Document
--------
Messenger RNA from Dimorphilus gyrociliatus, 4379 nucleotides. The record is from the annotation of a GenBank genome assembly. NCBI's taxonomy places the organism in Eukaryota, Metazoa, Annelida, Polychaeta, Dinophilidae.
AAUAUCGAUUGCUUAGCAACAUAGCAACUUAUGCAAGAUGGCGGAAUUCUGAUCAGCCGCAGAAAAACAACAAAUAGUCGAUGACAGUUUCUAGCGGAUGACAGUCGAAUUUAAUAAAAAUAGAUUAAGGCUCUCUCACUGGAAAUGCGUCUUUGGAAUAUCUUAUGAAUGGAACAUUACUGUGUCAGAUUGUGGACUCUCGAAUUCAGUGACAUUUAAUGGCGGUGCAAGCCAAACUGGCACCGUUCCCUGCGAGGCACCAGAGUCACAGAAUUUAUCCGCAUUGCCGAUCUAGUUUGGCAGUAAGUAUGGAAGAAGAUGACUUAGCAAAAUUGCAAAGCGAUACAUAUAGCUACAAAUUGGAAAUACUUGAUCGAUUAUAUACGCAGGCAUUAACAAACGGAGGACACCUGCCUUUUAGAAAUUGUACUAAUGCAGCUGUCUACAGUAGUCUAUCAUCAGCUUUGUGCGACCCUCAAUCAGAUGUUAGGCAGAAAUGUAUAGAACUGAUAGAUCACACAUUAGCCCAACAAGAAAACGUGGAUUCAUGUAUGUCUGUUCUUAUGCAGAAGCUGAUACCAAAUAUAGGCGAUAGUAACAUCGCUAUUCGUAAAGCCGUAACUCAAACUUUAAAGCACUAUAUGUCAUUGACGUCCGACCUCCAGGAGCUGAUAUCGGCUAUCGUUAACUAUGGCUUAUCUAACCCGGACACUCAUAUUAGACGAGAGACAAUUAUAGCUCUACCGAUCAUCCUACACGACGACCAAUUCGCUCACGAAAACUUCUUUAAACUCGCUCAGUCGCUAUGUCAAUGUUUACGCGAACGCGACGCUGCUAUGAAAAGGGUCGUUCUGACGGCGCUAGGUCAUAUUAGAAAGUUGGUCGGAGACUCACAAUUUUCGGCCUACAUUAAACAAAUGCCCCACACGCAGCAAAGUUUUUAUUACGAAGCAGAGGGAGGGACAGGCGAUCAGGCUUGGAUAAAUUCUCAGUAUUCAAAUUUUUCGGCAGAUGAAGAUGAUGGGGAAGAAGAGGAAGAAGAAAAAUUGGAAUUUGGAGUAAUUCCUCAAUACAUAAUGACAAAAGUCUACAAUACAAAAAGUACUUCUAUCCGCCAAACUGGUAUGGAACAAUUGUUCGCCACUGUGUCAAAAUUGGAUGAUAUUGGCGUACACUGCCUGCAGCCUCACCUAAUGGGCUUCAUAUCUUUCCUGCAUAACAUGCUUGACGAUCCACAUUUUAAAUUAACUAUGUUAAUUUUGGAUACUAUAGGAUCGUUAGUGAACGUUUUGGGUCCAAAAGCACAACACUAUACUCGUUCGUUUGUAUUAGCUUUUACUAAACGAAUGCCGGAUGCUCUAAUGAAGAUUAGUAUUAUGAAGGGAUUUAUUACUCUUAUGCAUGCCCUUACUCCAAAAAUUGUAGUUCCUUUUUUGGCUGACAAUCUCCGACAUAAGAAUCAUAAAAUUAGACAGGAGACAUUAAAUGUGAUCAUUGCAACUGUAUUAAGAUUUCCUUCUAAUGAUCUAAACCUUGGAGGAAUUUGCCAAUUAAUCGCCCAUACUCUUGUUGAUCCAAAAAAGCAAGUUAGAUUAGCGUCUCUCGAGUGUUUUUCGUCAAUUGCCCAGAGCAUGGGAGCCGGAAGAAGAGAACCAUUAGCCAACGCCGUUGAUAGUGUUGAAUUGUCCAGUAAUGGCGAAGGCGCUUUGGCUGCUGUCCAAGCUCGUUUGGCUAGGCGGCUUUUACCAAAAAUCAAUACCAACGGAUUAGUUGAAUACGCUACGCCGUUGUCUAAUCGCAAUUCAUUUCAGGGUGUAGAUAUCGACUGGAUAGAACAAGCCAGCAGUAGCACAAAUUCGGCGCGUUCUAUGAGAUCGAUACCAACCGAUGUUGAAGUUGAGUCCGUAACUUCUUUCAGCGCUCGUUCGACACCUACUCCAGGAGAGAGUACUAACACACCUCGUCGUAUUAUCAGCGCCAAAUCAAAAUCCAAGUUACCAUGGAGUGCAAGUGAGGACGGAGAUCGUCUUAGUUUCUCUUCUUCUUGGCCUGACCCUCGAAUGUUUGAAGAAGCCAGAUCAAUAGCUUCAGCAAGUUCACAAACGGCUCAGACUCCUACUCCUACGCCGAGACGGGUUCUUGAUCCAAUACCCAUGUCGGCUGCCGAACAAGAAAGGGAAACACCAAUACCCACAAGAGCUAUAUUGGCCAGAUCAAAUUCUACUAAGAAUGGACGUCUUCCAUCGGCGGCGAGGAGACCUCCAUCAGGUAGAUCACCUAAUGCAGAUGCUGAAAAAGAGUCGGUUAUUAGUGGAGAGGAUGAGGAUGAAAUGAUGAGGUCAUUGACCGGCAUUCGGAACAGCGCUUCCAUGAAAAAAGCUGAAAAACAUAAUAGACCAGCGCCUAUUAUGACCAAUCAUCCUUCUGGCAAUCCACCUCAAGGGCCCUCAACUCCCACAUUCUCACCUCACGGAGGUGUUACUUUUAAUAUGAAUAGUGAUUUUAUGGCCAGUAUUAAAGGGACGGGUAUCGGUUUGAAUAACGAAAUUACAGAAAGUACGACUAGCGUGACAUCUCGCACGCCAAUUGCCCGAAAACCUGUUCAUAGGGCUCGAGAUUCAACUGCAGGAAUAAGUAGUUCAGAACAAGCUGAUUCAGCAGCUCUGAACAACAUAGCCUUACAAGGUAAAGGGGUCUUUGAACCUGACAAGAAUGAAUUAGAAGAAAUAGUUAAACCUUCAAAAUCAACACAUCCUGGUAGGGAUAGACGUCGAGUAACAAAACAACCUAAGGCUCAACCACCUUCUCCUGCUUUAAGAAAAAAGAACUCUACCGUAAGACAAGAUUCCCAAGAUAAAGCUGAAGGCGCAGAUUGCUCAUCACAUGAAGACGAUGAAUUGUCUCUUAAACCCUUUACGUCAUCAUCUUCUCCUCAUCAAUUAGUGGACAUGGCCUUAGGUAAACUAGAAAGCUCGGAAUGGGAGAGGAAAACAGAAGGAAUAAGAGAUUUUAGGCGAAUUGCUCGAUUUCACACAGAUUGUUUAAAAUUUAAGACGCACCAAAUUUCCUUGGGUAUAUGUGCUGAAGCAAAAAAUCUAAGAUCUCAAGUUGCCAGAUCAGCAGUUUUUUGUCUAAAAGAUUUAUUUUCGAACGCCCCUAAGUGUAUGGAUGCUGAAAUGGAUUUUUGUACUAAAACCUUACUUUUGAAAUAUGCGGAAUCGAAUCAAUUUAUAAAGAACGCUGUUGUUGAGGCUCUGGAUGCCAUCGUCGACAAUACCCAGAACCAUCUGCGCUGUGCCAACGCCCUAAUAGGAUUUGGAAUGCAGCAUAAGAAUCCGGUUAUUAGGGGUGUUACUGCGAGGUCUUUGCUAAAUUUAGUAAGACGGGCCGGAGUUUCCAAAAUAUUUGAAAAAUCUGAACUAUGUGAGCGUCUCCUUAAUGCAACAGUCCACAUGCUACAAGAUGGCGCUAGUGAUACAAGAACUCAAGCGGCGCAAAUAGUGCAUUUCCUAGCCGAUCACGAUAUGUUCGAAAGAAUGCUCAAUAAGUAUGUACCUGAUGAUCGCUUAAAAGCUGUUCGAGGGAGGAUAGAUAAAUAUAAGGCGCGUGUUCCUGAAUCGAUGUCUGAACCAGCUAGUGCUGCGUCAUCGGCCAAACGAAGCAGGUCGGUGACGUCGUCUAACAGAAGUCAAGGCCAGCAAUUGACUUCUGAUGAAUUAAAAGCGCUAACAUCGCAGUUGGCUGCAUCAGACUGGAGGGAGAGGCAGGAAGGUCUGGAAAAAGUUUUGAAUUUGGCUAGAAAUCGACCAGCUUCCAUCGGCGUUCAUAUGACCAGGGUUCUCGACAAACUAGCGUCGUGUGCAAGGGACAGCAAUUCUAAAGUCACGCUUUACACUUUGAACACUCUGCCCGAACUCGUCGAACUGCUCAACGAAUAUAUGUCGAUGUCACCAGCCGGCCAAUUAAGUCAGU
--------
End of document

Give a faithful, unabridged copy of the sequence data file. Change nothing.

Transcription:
Messenger RNA from Dimorphilus gyrociliatus, 4379 nucleotides. The record is from the annotation of a GenBank genome assembly. NCBI's taxonomy places the organism in Eukaryota, Metazoa, Annelida, Polychaeta, Dinophilidae.
AAUAUCGAUUGCUUAGCAACAUAGCAACUUAUGCAAGAUGGCGGAAUUCUGAUCAGCCGCAGAAAAACAACAAAUAGUCGAUGACAGUUUCUAGCGGAUGACAGUCGAAUUUAAUAAAAAUAGAUUAAGGCUCUCUCACUGGAAAUGCGUCUUUGGAAUAUCUUAUGAAUGGAACAUUACUGUGUCAGAUUGUGGACUCUCGAAUUCAGUGACAUUUAAUGGCGGUGCAAGCCAAACUGGCACCGUUCCCUGCGAGGCACCAGAGUCACAGAAUUUAUCCGCAUUGCCGAUCUAGUUUGGCAGUAAGUAUGGAAGAAGAUGACUUAGCAAAAUUGCAAAGCGAUACAUAUAGCUACAAAUUGGAAAUACUUGAUCGAUUAUAUACGCAGGCAUUAACAAACGGAGGACACCUGCCUUUUAGAAAUUGUACUAAUGCAGCUGUCUACAGUAGUCUAUCAUCAGCUUUGUGCGACCCUCAAUCAGAUGUUAGGCAGAAAUGUAUAGAACUGAUAGAUCACACAUUAGCCCAACAAGAAAACGUGGAUUCAUGUAUGUCUGUUCUUAUGCAGAAGCUGAUACCAAAUAUAGGCGAUAGUAACAUCGCUAUUCGUAAAGCCGUAACUCAAACUUUAAAGCACUAUAUGUCAUUGACGUCCGACCUCCAGGAGCUGAUAUCGGCUAUCGUUAACUAUGGCUUAUCUAACCCGGACACUCAUAUUAGACGAGAGACAAUUAUAGCUCUACCGAUCAUCCUACACGACGACCAAUUCGCUCACGAAAACUUCUUUAAACUCGCUCAGUCGCUAUGUCAAUGUUUACGCGAACGCGACGCUGCUAUGAAAAGGGUCGUUCUGACGGCGCUAGGUCAUAUUAGAAAGUUGGUCGGAGACUCACAAUUUUCGGCCUACAUUAAACAAAUGCCCCACACGCAGCAAAGUUUUUAUUACGAAGCAGAGGGAGGGACAGGCGAUCAGGCUUGGAUAAAUUCUCAGUAUUCAAAUUUUUCGGCAGAUGAAGAUGAUGGGGAAGAAGAGGAAGAAGAAAAAUUGGAAUUUGGAGUAAUUCCUCAAUACAUAAUGACAAAAGUCUACAAUACAAAAAGUACUUCUAUCCGCCAAACUGGUAUGGAACAAUUGUUCGCCACUGUGUCAAAAUUGGAUGAUAUUGGCGUACACUGCCUGCAGCCUCACCUAAUGGGCUUCAUAUCUUUCCUGCAUAACAUGCUUGACGAUCCACAUUUUAAAUUAACUAUGUUAAUUUUGGAUACUAUAGGAUCGUUAGUGAACGUUUUGGGUCCAAAAGCACAACACUAUACUCGUUCGUUUGUAUUAGCUUUUACUAAACGAAUGCCGGAUGCUCUAAUGAAGAUUAGUAUUAUGAAGGGAUUUAUUACUCUUAUGCAUGCCCUUACUCCAAAAAUUGUAGUUCCUUUUUUGGCUGACAAUCUCCGACAUAAGAAUCAUAAAAUUAGACAGGAGACAUUAAAUGUGAUCAUUGCAACUGUAUUAAGAUUUCCUUCUAAUGAUCUAAACCUUGGAGGAAUUUGCCAAUUAAUCGCCCAUACUCUUGUUGAUCCAAAAAAGCAAGUUAGAUUAGCGUCUCUCGAGUGUUUUUCGUCAAUUGCCCAGAGCAUGGGAGCCGGAAGAAGAGAACCAUUAGCCAACGCCGUUGAUAGUGUUGAAUUGUCCAGUAAUGGCGAAGGCGCUUUGGCUGCUGUCCAAGCUCGUUUGGCUAGGCGGCUUUUACCAAAAAUCAAUACCAACGGAUUAGUUGAAUACGCUACGCCGUUGUCUAAUCGCAAUUCAUUUCAGGGUGUAGAUAUCGACUGGAUAGAACAAGCCAGCAGUAGCACAAAUUCGGCGCGUUCUAUGAGAUCGAUACCAACCGAUGUUGAAGUUGAGUCCGUAACUUCUUUCAGCGCUCGUUCGACACCUACUCCAGGAGAGAGUACUAACACACCUCGUCGUAUUAUCAGCGCCAAAUCAAAAUCCAAGUUACCAUGGAGUGCAAGUGAGGACGGAGAUCGUCUUAGUUUCUCUUCUUCUUGGCCUGACCCUCGAAUGUUUGAAGAAGCCAGAUCAAUAGCUUCAGCAAGUUCACAAACGGCUCAGACUCCUACUCCUACGCCGAGACGGGUUCUUGAUCCAAUACCCAUGUCGGCUGCCGAACAAGAAAGGGAAACACCAAUACCCACAAGAGCUAUAUUGGCCAGAUCAAAUUCUACUAAGAAUGGACGUCUUCCAUCGGCGGCGAGGAGACCUCCAUCAGGUAGAUCACCUAAUGCAGAUGCUGAAAAAGAGUCGGUUAUUAGUGGAGAGGAUGAGGAUGAAAUGAUGAGGUCAUUGACCGGCAUUCGGAACAGCGCUUCCAUGAAAAAAGCUGAAAAACAUAAUAGACCAGCGCCUAUUAUGACCAAUCAUCCUUCUGGCAAUCCACCUCAAGGGCCCUCAACUCCCACAUUCUCACCUCACGGAGGUGUUACUUUUAAUAUGAAUAGUGAUUUUAUGGCCAGUAUUAAAGGGACGGGUAUCGGUUUGAAUAACGAAAUUACAGAAAGUACGACUAGCGUGACAUCUCGCACGCCAAUUGCCCGAAAACCUGUUCAUAGGGCUCGAGAUUCAACUGCAGGAAUAAGUAGUUCAGAACAAGCUGAUUCAGCAGCUCUGAACAACAUAGCCUUACAAGGUAAAGGGGUCUUUGAACCUGACAAGAAUGAAUUAGAAGAAAUAGUUAAACCUUCAAAAUCAACACAUCCUGGUAGGGAUAGACGUCGAGUAACAAAACAACCUAAGGCUCAACCACCUUCUCCUGCUUUAAGAAAAAAGAACUCUACCGUAAGACAAGAUUCCCAAGAUAAAGCUGAAGGCGCAGAUUGCUCAUCACAUGAAGACGAUGAAUUGUCUCUUAAACCCUUUACGUCAUCAUCUUCUCCUCAUCAAUUAGUGGACAUGGCCUUAGGUAAACUAGAAAGCUCGGAAUGGGAGAGGAAAACAGAAGGAAUAAGAGAUUUUAGGCGAAUUGCUCGAUUUCACACAGAUUGUUUAAAAUUUAAGACGCACCAAAUUUCCUUGGGUAUAUGUGCUGAAGCAAAAAAUCUAAGAUCUCAAGUUGCCAGAUCAGCAGUUUUUUGUCUAAAAGAUUUAUUUUCGAACGCCCCUAAGUGUAUGGAUGCUGAAAUGGAUUUUUGUACUAAAACCUUACUUUUGAAAUAUGCGGAAUCGAAUCAAUUUAUAAAGAACGCUGUUGUUGAGGCUCUGGAUGCCAUCGUCGACAAUACCCAGAACCAUCUGCGCUGUGCCAACGCCCUAAUAGGAUUUGGAAUGCAGCAUAAGAAUCCGGUUAUUAGGGGUGUUACUGCGAGGUCUUUGCUAAAUUUAGUAAGACGGGCCGGAGUUUCCAAAAUAUUUGAAAAAUCUGAACUAUGUGAGCGUCUCCUUAAUGCAACAGUCCACAUGCUACAAGAUGGCGCUAGUGAUACAAGAACUCAAGCGGCGCAAAUAGUGCAUUUCCUAGCCGAUCACGAUAUGUUCGAAAGAAUGCUCAAUAAGUAUGUACCUGAUGAUCGCUUAAAAGCUGUUCGAGGGAGGAUAGAUAAAUAUAAGGCGCGUGUUCCUGAAUCGAUGUCUGAACCAGCUAGUGCUGCGUCAUCGGCCAAACGAAGCAGGUCGGUGACGUCGUCUAACAGAAGUCAAGGCCAGCAAUUGACUUCUGAUGAAUUAAAAGCGCUAACAUCGCAGUUGGCUGCAUCAGACUGGAGGGAGAGGCAGGAAGGUCUGGAAAAAGUUUUGAAUUUGGCUAGAAAUCGACCAGCUUCCAUCGGCGUUCAUAUGACCAGGGUUCUCGACAAACUAGCGUCGUGUGCAAGGGACAGCAAUUCUAAAGUCACGCUUUACACUUUGAACACUCUGCCCGAACUCGUCGAACUGCUCAACGAAUAUAUGUCGAUGUCACCAGCCGGCCAAUUAAGUCAGU